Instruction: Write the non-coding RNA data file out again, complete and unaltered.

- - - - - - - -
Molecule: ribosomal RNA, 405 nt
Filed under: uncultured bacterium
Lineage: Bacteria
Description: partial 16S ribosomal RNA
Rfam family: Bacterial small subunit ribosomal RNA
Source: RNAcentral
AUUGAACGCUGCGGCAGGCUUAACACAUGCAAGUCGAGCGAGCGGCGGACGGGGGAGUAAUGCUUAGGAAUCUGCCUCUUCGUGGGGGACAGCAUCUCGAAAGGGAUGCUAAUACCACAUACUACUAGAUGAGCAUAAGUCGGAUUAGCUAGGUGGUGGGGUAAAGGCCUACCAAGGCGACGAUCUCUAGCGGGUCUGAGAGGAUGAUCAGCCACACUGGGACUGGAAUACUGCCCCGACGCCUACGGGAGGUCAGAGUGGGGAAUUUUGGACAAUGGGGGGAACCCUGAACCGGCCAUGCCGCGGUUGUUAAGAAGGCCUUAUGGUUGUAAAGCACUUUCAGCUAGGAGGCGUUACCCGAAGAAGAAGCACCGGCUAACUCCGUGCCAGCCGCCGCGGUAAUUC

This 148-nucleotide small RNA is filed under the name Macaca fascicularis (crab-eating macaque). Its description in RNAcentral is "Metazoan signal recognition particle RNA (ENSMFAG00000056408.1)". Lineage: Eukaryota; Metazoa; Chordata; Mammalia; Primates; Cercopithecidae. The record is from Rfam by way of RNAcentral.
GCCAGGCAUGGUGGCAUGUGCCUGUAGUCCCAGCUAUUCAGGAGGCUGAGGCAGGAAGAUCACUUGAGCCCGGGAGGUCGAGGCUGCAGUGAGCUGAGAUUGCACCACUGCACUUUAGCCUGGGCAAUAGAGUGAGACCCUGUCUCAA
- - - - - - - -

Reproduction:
Molecule: ribosomal RNA, 405 nt
Filed under: uncultured bacterium
Lineage: Bacteria
Description: partial 16S ribosomal RNA
Rfam family: Bacterial small subunit ribosomal RNA
Source: RNAcentral
AUUGAACGCUGCGGCAGGCUUAACACAUGCAAGUCGAGCGAGCGGCGGACGGGGGAGUAAUGCUUAGGAAUCUGCCUCUUCGUGGGGGACAGCAUCUCGAAAGGGAUGCUAAUACCACAUACUACUAGAUGAGCAUAAGUCGGAUUAGCUAGGUGGUGGGGUAAAGGCCUACCAAGGCGACGAUCUCUAGCGGGUCUGAGAGGAUGAUCAGCCACACUGGGACUGGAAUACUGCCCCGACGCCUACGGGAGGUCAGAGUGGGGAAUUUUGGACAAUGGGGGGAACCCUGAACCGGCCAUGCCGCGGUUGUUAAGAAGGCCUUAUGGUUGUAAAGCACUUUCAGCUAGGAGGCGUUACCCGAAGAAGAAGCACCGGCUAACUCCGUGCCAGCCGCCGCGGUAAUUC

This 148-nucleotide small RNA is filed under the name Macaca fascicularis (crab-eating macaque). Its description in RNAcentral is "Metazoan signal recognition particle RNA (ENSMFAG00000056408.1)". Lineage: Eukaryota; Metazoa; Chordata; Mammalia; Primates; Cercopithecidae. The record is from Rfam by way of RNAcentral.
GCCAGGCAUGGUGGCAUGUGCCUGUAGUCCCAGCUAUUCAGGAGGCUGAGGCAGGAAGAUCACUUGAGCCCGGGAGGUCGAGGCUGCAGUGAGCUGAGAUUGCACCACUGCACUUUAGCCUGGGCAAUAGAGUGAGACCCUGUCUCAA